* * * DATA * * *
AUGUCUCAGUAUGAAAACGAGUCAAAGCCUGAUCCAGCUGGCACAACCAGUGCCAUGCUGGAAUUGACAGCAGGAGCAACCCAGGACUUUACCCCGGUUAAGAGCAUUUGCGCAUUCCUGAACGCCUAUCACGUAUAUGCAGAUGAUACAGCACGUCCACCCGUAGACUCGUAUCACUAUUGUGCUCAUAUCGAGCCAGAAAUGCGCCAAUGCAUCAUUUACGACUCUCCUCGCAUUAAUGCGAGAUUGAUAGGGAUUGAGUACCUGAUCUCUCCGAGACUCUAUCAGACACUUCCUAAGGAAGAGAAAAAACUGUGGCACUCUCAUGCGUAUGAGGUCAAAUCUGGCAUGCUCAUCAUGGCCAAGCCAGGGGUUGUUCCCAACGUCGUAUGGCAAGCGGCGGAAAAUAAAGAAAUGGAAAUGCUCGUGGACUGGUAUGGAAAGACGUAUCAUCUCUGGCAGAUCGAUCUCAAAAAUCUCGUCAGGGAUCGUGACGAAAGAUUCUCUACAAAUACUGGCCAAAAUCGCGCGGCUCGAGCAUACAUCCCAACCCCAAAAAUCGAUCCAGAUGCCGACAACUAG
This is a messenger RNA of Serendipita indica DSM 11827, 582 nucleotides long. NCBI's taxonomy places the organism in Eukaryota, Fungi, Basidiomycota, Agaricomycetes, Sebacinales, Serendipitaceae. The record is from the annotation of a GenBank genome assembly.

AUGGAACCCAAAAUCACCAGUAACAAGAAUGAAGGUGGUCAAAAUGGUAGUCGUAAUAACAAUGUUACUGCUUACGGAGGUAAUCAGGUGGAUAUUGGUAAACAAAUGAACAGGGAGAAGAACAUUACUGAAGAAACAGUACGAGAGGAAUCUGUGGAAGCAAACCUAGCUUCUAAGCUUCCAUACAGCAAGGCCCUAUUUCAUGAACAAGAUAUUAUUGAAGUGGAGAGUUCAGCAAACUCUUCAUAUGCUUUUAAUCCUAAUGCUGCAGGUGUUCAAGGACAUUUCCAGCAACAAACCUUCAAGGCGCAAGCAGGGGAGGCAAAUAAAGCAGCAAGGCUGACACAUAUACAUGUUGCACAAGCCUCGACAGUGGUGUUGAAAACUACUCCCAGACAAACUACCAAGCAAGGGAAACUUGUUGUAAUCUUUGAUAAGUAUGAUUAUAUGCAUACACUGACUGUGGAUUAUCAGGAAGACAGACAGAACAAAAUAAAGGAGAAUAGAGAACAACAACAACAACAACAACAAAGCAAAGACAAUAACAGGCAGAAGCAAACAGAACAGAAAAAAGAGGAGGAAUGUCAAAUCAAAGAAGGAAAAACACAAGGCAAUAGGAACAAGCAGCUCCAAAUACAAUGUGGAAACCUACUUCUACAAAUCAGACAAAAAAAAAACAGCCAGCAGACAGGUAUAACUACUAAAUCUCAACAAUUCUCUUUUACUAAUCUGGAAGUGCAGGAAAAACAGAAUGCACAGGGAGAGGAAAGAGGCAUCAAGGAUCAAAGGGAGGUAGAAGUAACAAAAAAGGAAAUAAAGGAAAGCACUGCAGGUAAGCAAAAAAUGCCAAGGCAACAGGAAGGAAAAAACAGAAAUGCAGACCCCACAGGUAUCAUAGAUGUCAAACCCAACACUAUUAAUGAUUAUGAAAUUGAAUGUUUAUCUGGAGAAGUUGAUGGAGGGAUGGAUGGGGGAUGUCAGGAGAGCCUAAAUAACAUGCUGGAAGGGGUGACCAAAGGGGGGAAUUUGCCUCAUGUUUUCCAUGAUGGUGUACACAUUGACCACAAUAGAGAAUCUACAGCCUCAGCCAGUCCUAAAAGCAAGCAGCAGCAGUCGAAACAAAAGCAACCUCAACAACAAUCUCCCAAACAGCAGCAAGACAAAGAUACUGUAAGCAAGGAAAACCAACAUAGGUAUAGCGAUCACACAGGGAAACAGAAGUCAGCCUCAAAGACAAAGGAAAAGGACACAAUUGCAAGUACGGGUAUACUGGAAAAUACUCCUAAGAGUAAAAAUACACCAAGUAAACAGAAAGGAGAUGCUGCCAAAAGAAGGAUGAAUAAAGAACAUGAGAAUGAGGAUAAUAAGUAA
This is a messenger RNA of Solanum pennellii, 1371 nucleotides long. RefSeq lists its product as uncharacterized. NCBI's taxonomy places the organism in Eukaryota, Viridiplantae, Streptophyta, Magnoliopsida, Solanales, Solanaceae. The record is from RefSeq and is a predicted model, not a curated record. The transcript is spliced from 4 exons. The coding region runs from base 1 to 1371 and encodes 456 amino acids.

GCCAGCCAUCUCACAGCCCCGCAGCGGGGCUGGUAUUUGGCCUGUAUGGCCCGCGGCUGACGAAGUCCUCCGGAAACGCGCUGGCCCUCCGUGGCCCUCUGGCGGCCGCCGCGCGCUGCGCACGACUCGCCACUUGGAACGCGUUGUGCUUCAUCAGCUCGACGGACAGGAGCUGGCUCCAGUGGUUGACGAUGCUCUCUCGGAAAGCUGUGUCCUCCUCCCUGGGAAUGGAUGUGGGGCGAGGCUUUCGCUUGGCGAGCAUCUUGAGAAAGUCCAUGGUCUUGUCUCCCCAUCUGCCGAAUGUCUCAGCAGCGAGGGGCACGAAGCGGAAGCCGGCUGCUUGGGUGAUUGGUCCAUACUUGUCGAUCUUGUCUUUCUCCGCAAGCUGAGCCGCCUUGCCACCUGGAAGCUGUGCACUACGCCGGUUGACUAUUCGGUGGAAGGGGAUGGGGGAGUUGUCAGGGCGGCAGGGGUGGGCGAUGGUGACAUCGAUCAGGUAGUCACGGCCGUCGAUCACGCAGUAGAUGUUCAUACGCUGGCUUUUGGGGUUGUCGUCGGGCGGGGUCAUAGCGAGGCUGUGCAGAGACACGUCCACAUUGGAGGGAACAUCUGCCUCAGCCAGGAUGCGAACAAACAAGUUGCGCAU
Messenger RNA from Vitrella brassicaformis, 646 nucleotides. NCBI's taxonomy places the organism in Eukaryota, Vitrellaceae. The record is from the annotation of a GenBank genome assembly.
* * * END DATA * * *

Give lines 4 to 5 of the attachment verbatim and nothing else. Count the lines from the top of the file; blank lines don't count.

This is a messenger RNA of Solanum pennellii, 1371 nucleotides long. RefSeq lists its product as uncharacterized. NCBI's taxonomy places the organism in Eukaryota, Viridiplantae, Streptophyta, Magnoliopsida, Solanales, Solanaceae. The record is from RefSeq and is a predicted model, not a curated record. The transcript is spliced from 4 exons. The coding region runs from base 1 to 1371 and encodes 456 amino acids.

GCCAGCCAUCUCACAGCCCCGCAGCGGGGCUGGUAUUUGGCCUGUAUGGCCCGCGGCUGACGAAGUCCUCCGGAAACGCGCUGGCCCUCCGUGGCCCUCUGGCGGCCGCCGCGCGCUGCGCACGACUCGCCACUUGGAACGCGUUGUGCUUCAUCAGCUCGACGGACAGGAGCUGGCUCCAGUGGUUGACGAUGCUCUCUCGGAAAGCUGUGUCCUCCUCCCUGGGAAUGGAUGUGGGGCGAGGCUUUCGCUUGGCGAGCAUCUUGAGAAAGUCCAUGGUCUUGUCUCCCCAUCUGCCGAAUGUCUCAGCAGCGAGGGGCACGAAGCGGAAGCCGGCUGCUUGGGUGAUUGGUCCAUACUUGUCGAUCUUGUCUUUCUCCGCAAGCUGAGCCGCCUUGCCACCUGGAAGCUGUGCACUACGCCGGUUGACUAUUCGGUGGAAGGGGAUGGGGGAGUUGUCAGGGCGGCAGGGGUGGGCGAUGGUGACAUCGAUCAGGUAGUCACGGCCGUCGAUCACGCAGUAGAUGUUCAUACGCUGGCUUUUGGGGUUGUCGUCGGGCGGGGUCAUAGCGAGGCUGUGCAGAGACACGUCCACAUUGGAGGGAACAUCUGCCUCAGCCAGGAUGCGAACAAACAAGUUGCGCAU